Tuesday, April 10, 2012

The renegades

Many people live outside of the 9 to 5 and longer life style, some voluntarily, some not voluntarily. The man on the picture looked content with his life style even though it was cold and he's obviously no roof about his head. I've a lot in common with outsiders. Me, not voluntarily was more or less kicked out of the paid-by-hour-society. It's a luck. I see it so. Even though sometimes the thought comes up: Why did that happen. I don't understand: I put so much money and time in my further education over all the years. I was willing to get pressed out like a citron. But no, I shall have another fate.

I sat here in the early morning, enjoyed my morning coffee. This is really a most appreciated beginning of the day: sipping black coffee, check what happened around the globe, reading and answering to my emails, admiring some pictures that were uploaded overnight.
Afterwards I tried to give structure to my day. Important tiny tasks were postponed and became a burden. I blame yoga. It's so time-consuming. This is not fair. It's good to have a reason or excuse why things were not done. They relief the soul. And finally I'm not to blame nor anything else, life is a happening.
Now the one task is done. The pomodoro timer that divides my time in 25 min helps me to get going and it helps me to stop for  tiny breaks before the play starts again.

Sometimes I look back to my job live. The best times were indeed when I could work from home. I had such jobs where no office was offered. To appear on time in a company day in day out was experienced as prison. Colleagues learned details about myself that I didn't like to present. One reveals a lot when with people for 8 hours every day. Working from home allowed me to eat what I wanted and when I wanted. I could nap when I was exhausted. It allowed me to enjoy the sun during a walk, when it was shining. I could live according to my needs much much more.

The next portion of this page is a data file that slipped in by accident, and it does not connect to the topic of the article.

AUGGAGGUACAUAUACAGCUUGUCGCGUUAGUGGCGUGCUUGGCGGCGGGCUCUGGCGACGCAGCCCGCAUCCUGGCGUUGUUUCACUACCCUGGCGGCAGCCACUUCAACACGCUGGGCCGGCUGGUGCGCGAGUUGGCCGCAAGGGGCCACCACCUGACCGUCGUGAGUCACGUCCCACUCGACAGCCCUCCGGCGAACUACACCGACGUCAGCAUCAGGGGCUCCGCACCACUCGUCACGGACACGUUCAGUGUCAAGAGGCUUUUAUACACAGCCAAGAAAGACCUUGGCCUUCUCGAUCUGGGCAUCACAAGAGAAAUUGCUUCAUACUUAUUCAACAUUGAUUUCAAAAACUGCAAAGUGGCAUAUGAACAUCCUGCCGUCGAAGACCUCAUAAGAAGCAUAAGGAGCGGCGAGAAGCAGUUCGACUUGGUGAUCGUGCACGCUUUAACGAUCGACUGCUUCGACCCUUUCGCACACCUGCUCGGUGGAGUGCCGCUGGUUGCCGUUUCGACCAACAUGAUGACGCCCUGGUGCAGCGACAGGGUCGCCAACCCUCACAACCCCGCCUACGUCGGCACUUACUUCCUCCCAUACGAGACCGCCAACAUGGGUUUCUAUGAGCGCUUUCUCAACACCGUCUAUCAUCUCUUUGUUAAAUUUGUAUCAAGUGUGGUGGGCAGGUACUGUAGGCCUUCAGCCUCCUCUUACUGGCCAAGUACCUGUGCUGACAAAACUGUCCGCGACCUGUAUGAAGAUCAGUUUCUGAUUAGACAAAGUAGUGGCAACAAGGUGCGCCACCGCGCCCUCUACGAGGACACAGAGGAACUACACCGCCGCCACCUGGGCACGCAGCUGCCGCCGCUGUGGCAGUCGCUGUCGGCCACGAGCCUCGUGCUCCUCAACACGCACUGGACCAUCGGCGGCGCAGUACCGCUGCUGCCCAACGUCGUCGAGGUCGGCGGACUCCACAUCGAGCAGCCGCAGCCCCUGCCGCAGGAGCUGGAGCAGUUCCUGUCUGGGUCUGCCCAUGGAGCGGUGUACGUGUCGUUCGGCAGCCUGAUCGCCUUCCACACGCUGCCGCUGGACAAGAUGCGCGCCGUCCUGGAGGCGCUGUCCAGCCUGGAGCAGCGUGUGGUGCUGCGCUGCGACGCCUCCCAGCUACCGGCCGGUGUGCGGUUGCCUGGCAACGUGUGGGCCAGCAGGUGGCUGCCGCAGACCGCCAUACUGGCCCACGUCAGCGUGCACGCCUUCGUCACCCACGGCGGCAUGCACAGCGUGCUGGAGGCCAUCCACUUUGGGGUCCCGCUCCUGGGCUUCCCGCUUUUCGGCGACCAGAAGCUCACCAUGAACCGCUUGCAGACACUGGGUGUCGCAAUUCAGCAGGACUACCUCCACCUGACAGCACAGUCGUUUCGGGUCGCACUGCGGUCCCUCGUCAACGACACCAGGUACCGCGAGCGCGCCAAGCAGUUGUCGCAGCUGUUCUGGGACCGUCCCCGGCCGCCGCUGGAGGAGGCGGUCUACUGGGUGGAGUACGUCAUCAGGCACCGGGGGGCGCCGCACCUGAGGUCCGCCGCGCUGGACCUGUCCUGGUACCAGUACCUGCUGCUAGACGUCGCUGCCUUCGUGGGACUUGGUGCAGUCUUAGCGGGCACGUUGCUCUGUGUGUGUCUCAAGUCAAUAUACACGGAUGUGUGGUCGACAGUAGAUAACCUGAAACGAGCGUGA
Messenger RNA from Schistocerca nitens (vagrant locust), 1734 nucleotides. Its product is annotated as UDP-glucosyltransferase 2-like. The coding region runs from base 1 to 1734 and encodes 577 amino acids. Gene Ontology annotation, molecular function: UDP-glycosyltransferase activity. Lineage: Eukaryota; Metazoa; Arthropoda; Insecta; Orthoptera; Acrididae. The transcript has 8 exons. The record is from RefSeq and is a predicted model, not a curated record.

I could handle it to work from home. I was disciplined and I dedicated enough time to the given tasks, but I had to make it a topic again and again to work consequently.

When I want to get out of the valley where I'm right now, I have to be disciplined. I experience myself in a sort of valley (a very green one, also valleys have it's beauty) because I don't offer something to society that is considered worth paying for. Not that this is a great burden, but it makes me thinking: How can I be useful in a way that gives me joy, too.
I read a blog of a photographer called Rick, 62 years old. In one of his last posts he wrote that more and more of his peers think of retirement. Not he, because he likes what he does. This is the way to go. I agree with him that keeping up with the new technologies keep us young.

11am: I did not yet practice. When I start my mind is free to focus on my breath because things are done already.

I took this picture yesterday in the subway. Almost half of the population is playing with a mobile phone whenever it's possible. It's a way to get distracted. To stand silence, doing nothing, being focused on sitting only or waiting seems impossible.

PS: Also the thought to do something useful is nothing but a limitation. Shoo, shoo, away with it. :) If I hadn't written it, I wouldn't have discovered this mental trap. Life flows (with and without me).


Anna said...

Your yoga is 25% less time-consuming than a day at the office!

Ursula said...

It seems to me as if it's a part-time job. Practice time alone is 2,5 hours in the meantime. lol. It's OK.